A chapter is closing in the lives of 25 children of Ifaty. The children who were Reef Doctor’s Juniors for the past 3 years. During those years, they learnt about environmental protection, marine as well as terrestrial. They had the chance to witness with their own eyes the beauty and importance of the environment as we were teaching them through different activities outside of Reef Doctor. In this article, we’ll lead you through these past 3 years and let the Juniors tell you what they experienced and what they retain from this experience.
The Junior Reef Doctor Scholarship Programme started in 2014. The children of the Malagasy staff, who can read and write, as well as 15 other pupils of the EPP Ifaty (Public Primary School Ifaty), the most deserving in three different classes, formed the 30 Reef Doctor Juniors during these 3 years. Every Saturday morning, they came to Reef Doctor’s classroom from 8 till 12. For the last year, they had lunch with the education team before heading home, a meal prepared by the women’s group of Ifaty.
In the program, environment and ecology, oceans and seas, coastal areas, mangroves, coral reefs, human impacts: waste and pollution, but also sustainable management of littoral and halieutic resources. During this last year they have also studied water and hydrologic cycles, soils and forests. For every topic, they learnt what it is, what it provides, but also the threats they’re facing and how we can help protect it.
The Juniors also had the chance to witness with their own eyes what they were taught about during several excursions. Amongst those, they went whale watching, visited the mangrove at our Honko site in Ambondrolava, and discovered the Spiny Forest in Mangily as well as the tortoise sanctuary. They attended a “Green School” for 3 days with Bel Avenir and we took them to snorkel around our MPA Rose Garden. The apotheosis of the Junior Programme was most probably on the 28th of January when they held an open day at the Ifaty primary school to show their families, friends and the whole community what they had learned.
These 30 kids all enjoyed being part of the Juniors and were proud to represent Reef Doctor. At several events, such as the MPA Relay, they sang and danced in the name of Reef Doctor and were wonderful performers!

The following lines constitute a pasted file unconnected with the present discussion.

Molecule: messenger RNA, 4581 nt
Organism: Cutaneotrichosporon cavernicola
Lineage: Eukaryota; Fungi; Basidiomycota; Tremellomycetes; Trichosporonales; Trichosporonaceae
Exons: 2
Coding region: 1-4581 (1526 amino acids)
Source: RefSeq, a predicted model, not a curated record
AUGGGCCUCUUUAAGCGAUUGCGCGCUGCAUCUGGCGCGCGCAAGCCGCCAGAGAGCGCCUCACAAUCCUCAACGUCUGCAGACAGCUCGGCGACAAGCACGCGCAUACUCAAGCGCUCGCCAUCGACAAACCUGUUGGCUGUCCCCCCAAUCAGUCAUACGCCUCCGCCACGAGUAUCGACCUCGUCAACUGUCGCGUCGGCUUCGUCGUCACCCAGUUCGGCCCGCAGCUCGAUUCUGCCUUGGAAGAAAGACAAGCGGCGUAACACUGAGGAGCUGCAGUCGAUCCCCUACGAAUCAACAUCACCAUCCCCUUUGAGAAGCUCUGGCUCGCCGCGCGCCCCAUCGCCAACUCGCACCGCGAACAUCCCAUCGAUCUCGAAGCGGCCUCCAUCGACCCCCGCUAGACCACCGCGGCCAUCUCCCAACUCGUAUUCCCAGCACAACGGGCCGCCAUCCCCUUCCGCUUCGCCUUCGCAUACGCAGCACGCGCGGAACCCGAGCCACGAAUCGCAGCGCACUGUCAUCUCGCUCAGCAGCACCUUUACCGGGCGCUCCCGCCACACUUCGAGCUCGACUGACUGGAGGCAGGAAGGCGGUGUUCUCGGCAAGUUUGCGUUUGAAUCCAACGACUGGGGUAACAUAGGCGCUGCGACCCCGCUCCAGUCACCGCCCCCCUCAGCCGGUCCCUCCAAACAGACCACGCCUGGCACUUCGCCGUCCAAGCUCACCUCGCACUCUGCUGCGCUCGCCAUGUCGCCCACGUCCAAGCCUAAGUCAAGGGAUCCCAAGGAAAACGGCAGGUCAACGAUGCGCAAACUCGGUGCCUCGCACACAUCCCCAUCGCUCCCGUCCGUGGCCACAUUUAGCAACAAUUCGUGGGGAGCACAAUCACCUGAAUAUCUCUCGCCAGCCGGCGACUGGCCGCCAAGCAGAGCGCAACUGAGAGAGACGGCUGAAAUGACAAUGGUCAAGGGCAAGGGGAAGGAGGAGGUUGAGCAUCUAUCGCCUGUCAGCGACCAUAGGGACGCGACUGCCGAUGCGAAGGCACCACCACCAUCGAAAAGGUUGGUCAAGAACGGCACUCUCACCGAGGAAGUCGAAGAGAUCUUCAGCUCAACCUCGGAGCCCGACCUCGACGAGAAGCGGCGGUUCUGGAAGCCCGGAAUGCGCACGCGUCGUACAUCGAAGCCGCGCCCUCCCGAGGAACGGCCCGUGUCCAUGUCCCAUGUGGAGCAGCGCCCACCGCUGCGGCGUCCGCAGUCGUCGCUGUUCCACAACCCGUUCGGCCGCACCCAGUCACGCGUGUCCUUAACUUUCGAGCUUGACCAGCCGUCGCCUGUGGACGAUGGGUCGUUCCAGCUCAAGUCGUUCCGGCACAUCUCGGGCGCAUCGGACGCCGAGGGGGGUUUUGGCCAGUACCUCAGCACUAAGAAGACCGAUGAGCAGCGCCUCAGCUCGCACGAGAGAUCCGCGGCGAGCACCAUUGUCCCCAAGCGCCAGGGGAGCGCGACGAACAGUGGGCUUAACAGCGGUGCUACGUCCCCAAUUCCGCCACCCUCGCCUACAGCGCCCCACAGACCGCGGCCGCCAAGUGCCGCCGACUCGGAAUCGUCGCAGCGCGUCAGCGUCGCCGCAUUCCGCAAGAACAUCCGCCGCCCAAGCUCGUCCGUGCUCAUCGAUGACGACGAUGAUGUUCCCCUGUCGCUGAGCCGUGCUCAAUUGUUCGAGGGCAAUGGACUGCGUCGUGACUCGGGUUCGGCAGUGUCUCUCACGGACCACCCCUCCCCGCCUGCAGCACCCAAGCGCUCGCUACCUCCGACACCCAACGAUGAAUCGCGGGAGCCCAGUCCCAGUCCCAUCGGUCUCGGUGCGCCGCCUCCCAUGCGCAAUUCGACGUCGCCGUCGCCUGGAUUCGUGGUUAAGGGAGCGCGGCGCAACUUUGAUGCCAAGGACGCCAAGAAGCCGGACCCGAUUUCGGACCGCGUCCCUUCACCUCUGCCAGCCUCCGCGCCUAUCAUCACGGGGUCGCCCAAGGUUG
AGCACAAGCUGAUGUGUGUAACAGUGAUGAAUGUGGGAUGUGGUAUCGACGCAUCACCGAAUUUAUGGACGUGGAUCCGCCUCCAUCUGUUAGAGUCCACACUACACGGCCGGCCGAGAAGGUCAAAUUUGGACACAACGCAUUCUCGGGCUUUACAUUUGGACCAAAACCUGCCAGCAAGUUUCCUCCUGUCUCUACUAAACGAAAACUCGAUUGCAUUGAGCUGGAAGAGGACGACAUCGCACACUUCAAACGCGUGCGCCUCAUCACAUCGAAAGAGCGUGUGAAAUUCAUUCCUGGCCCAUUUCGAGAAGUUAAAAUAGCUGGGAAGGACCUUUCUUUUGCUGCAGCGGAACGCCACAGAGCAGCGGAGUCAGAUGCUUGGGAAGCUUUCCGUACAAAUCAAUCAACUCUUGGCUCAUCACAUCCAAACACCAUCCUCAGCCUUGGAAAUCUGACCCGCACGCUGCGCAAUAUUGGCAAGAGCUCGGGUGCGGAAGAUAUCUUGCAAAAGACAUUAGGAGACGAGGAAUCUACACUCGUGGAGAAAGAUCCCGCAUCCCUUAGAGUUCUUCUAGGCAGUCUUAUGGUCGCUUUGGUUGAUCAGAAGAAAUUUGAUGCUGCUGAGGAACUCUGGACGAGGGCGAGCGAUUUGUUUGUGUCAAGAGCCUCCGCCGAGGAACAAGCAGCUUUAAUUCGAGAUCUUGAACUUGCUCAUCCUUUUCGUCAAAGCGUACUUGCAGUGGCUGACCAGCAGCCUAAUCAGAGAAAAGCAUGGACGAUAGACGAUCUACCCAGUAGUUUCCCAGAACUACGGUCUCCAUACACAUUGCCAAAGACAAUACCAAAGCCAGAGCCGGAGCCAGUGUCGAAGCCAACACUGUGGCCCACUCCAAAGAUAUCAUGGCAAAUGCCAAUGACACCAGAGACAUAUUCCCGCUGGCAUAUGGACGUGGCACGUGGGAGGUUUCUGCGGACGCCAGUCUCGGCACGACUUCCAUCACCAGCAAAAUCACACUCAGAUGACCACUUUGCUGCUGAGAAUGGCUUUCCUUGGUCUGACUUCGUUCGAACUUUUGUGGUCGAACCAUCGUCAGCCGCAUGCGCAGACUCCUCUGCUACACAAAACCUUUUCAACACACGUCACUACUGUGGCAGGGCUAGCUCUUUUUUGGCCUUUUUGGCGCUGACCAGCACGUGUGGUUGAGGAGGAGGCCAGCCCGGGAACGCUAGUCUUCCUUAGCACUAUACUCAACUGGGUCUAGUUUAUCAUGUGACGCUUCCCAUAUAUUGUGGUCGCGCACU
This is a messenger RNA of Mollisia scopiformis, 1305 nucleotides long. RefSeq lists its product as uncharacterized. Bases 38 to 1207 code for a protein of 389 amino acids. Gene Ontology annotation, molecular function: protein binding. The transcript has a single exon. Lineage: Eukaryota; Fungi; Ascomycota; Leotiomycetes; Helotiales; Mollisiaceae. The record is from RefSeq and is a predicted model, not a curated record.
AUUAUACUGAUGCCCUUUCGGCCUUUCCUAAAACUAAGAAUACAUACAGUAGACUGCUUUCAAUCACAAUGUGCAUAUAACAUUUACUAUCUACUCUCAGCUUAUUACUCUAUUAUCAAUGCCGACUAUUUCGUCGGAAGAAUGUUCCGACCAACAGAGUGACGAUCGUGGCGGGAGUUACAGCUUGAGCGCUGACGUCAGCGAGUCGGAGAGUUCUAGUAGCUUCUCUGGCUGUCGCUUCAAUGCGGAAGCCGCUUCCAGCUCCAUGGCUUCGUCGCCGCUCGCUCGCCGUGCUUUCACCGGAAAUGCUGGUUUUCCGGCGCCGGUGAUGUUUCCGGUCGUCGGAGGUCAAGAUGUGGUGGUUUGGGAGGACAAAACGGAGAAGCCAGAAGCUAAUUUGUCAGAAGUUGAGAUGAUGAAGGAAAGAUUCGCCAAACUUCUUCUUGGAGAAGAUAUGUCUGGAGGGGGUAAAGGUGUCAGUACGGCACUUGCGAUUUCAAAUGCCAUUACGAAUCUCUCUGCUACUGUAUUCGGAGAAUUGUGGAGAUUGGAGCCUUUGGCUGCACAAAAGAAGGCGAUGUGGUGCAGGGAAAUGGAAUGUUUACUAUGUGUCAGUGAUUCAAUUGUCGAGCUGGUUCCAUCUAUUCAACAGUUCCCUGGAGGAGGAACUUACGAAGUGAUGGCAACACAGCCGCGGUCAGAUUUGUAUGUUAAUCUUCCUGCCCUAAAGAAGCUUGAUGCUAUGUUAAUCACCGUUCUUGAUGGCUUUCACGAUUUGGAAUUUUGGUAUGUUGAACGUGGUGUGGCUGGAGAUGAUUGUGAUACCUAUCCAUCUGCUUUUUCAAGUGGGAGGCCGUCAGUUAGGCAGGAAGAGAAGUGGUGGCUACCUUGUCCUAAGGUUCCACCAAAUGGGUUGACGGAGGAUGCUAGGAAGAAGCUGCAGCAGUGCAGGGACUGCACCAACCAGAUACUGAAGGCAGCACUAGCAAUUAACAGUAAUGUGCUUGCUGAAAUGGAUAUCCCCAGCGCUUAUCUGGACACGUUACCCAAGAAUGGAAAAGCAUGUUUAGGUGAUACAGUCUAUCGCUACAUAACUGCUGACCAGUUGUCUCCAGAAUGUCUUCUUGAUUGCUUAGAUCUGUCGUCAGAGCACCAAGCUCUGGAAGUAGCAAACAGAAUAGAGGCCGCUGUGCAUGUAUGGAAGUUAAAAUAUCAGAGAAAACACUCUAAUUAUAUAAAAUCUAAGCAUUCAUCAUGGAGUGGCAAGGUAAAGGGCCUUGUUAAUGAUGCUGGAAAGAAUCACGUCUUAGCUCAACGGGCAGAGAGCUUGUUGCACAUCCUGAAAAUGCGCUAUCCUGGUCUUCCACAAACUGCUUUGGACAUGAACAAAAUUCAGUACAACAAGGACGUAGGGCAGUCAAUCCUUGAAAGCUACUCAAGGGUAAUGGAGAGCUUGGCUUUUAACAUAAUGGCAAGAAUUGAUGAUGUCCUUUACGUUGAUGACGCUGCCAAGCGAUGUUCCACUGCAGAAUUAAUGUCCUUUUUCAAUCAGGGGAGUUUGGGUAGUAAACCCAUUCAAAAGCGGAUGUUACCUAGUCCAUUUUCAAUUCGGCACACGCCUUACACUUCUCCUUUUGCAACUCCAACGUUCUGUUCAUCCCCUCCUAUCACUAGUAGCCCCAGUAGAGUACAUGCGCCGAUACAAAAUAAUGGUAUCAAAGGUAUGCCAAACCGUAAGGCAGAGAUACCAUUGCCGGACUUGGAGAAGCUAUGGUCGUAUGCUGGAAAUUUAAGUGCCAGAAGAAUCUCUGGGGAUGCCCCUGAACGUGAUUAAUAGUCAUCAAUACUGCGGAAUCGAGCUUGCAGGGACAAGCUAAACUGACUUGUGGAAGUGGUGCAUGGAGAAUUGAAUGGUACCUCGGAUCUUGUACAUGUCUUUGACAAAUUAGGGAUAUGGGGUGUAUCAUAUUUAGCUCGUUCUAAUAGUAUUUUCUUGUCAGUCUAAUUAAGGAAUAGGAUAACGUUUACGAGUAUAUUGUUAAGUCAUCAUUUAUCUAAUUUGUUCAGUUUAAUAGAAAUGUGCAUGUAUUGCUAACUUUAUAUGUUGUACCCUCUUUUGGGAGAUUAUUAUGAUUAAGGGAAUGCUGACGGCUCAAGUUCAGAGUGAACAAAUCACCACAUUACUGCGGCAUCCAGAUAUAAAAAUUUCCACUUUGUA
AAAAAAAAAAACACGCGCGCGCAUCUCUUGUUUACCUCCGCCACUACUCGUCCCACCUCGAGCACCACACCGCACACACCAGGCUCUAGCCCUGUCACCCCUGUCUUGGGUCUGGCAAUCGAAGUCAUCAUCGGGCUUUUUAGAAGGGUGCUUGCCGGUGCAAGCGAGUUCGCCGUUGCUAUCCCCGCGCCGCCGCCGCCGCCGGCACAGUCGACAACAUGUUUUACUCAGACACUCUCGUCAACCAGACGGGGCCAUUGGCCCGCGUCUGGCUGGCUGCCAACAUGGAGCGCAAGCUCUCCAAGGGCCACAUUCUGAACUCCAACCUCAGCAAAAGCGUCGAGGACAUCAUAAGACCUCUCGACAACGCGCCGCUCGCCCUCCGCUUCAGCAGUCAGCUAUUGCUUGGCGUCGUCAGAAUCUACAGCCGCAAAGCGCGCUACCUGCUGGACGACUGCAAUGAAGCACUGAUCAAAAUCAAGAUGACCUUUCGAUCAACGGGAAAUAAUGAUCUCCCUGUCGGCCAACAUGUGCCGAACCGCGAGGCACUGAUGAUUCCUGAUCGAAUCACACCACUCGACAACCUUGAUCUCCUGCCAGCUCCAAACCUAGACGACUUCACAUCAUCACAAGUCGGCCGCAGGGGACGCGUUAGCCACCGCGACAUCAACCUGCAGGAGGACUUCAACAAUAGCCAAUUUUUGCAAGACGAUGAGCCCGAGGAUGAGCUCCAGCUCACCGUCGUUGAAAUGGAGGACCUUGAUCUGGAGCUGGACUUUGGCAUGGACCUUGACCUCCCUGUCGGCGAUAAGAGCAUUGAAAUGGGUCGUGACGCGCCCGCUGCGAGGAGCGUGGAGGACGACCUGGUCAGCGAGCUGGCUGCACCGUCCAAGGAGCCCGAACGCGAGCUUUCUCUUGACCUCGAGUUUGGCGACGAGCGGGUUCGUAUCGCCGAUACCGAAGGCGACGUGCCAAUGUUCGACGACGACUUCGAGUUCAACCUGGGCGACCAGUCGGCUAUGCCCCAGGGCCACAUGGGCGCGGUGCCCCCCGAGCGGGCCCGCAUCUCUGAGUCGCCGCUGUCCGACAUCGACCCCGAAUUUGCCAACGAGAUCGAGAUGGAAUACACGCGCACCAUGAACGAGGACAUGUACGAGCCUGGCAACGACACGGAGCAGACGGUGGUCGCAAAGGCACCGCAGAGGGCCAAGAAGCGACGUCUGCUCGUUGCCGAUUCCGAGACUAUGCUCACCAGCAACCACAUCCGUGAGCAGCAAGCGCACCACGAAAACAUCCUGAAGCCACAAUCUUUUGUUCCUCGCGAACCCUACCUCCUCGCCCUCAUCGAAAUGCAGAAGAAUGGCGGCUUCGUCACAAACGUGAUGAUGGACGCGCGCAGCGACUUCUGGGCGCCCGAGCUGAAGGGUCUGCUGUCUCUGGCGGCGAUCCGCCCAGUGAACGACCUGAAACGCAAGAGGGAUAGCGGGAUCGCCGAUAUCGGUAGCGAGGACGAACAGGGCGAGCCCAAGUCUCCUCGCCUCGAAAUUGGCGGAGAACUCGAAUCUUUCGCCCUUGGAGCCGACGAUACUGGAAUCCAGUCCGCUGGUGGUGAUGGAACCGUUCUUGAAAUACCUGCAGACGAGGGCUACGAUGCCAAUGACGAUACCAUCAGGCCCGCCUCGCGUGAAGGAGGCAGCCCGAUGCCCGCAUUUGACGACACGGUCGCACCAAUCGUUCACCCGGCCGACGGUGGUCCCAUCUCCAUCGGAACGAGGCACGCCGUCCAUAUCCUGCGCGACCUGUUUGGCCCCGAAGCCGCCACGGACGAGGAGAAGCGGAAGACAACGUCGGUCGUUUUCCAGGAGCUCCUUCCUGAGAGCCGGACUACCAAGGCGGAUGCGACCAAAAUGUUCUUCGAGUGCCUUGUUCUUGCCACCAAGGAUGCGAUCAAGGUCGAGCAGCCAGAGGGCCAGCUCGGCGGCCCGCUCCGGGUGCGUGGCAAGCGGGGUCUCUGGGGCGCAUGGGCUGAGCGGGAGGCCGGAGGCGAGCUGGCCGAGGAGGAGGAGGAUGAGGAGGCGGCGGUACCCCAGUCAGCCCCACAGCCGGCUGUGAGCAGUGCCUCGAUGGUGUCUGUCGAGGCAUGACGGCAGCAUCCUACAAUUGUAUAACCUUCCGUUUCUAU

We collected some testimonials so the Juniors can tell us themselves what they liked and how these 3 years will help them in the future.
Souveline: I really liked the Juniors, especially the atmosphere, the community and the fact that nobody was ever fighting. The classes I enjoyed the most were the English lessons. I’m sure that what I learnt will help me in the future.
Pierrine: The Juniors was a great experience. I really enjoyed learning things about the environment and how we can protect it. What I learnt at the Juniors will surely help me in the future, as I, for example, now know the importance of tree planting to preserve the environment and improve our lives. I also know now that we shouldn’t throw rubbish on the floor because it pollutes the village and the sea, but we should put it in a bin, to make the village cleaner and healthier. It harmonizes life.
Papy: I really enjoyed being part of the Juniors. What I liked the most was to learn about tree planting. People cut down the trees but when I will be old I will see the trees I planted. It’s important to plant trees because they give us oxygen to breathe and provide shade when it’s hot. My experience with the Juniors will help me later, to make compost for example if I want to grow beans.
Lodafara: I liked the Juniors and especially the cohesion in the group and the love we share between Juniors. I enjoyed the English classes the most. I think they are going to help me to speak with Anglophones and find a job in the future.
Merine: I loved the Juniors. I really liked to learn about the environment and especially everything that is marine-related. I know that it is important to protect the marine environment and keep the fishes healthy!
Friko: I liked the Juniors, particularly learning about the environment and coral reefs, because if people don’t know how important coral reefs are and destroy them, there will be no more food. Later if people continue to destroy the reef, I know why and how to protect it so there will still be fish.
A chapter is closing but another is starting with 20 bright new Juniors, who, we hope, will continue to be curious and interested to learn more about their environment and how to protect it, in order to become the conscious, aware and dedicated leaders of tomorrow.
Blog by RD Comms Officer Karin Moehler
Photo credit: Ivana Rubino & Karin Moehler